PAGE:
Projectors vs. Flatscreens: What's the Difference?
by Scott Huffman

Projectors vs. Flatscreens

Projectors and flat screens both have their place in modern homes, but when is a projector the right choice for you?


The most obvious reason to use a projector is when you need a really big screen! Displays are typically marketed in diagonal inches. While flat screens over 65" are uncommon and very expensive, two-piece projection systems are normally 80" and larger and more affordable.


Two-piece projection video systems consist of a video projector and a screen. Projection systems can be front or rear projection. Most systems are front projection, where the projector is mounted in the room with the viewer. Rear projection systems consist of a glass screen with the projector mounted in a room behind the screen.


Rear projection systems do not have any special room requirements, and give the appearance of a large flat screen tv built into the wall. Front projection systems need a dimly lit room. Any ambient light shining on the screen takes away from the black levels and the picture appears less bright and less sharp. Special considerations should be taken when choosing light fixtures and draperies.

Picture Quality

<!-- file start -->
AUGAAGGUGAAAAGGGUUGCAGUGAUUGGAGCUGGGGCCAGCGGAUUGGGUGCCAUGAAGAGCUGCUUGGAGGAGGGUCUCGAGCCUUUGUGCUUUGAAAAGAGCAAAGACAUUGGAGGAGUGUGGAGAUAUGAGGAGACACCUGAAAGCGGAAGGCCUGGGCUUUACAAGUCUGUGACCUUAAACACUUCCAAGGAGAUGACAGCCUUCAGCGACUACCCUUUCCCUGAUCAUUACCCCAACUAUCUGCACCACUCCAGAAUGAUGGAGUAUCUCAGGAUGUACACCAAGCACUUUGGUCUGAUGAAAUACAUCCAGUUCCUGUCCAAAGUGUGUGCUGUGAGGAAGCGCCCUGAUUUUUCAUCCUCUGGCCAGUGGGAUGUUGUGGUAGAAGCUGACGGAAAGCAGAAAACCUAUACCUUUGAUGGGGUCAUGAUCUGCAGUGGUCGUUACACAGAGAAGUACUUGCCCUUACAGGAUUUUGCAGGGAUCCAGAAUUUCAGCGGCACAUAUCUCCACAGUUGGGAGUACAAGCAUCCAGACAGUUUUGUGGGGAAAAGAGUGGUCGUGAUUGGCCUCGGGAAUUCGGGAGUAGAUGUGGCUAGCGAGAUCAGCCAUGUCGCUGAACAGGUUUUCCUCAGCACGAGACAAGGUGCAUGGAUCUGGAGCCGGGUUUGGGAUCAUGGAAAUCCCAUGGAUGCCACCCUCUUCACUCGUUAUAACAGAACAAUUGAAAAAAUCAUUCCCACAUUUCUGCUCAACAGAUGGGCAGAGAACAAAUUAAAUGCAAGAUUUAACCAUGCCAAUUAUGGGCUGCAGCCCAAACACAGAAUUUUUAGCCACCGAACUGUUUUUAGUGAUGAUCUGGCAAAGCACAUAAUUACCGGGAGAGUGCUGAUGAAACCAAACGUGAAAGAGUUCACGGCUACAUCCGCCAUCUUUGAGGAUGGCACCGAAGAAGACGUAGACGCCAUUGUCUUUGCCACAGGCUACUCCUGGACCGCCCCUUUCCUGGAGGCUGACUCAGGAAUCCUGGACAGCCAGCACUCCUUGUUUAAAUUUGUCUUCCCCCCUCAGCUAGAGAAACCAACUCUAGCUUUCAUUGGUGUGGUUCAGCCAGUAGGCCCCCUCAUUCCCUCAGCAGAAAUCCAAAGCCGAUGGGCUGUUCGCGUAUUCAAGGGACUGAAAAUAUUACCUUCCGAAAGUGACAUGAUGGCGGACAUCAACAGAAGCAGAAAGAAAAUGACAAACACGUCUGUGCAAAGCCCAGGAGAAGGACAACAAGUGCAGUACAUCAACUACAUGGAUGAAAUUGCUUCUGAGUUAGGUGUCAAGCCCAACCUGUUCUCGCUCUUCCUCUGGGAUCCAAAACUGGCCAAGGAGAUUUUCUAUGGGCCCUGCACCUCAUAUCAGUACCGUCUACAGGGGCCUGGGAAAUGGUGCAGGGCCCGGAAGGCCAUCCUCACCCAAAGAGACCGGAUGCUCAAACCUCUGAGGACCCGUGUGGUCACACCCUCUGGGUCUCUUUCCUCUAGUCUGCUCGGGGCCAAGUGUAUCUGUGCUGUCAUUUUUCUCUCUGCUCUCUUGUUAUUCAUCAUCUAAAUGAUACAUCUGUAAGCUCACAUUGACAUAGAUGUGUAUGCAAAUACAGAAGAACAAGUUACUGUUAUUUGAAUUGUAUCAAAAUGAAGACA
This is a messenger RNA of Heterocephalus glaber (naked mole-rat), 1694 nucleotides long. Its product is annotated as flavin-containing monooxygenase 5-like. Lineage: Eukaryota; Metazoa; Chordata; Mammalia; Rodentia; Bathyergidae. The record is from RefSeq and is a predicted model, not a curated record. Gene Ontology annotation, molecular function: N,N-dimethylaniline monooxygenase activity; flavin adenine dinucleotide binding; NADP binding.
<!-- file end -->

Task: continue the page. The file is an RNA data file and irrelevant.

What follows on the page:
Recently, we upgraded our showroom projector to a Sony with a contrast ratio of 60,000 to one. Many visitors have made the comment, "I didn't know projectors could look this good." In recent years, projectors have made leaps in technology to allow a superior picture, and at the same time have become more economical.


One of my favorite demonstations in our showroom is to show a client that a 100" projection system is the exact same size as four 50" flat sceen televisions. At first, most would think that 100" is only twice as big as 50", but the diagonal measurement is a combination of the length and height. A fair comparison would require finding the surface area of a display by multiplying the width and height of the viewing area.


Fixed-screens are most common in home theater rooms, while some spaces require an electric retractile for hidden installations. The quality of the screen should be proportional to the quality of the projector. You can expect to spend between $600 and $2,000 for a decent quality 100" screen. Gain is an important aspect of the screen. A home theater designer should be able to recommend the correct gain, fabric, and mounting type.


One common question from clients is, "Can the projection system be used for anything other than movies?" Absolutely. Yes, a large screen projection system is the closest thing for movies to going to the cinema. And yes, video games, sporting events, and daily television viewing are all great when they are life-size.

Other Considerations

  1. Don't forget the screen. A projector is only "half the picture."
  2. Dim the lights.
  3. Projector's don't have tuners, so you must use a cable or satellite receiver for tv channels.
  4. Special consideration for mounts, cabling, and electrical outlets need to be considered and planned for before the project begins.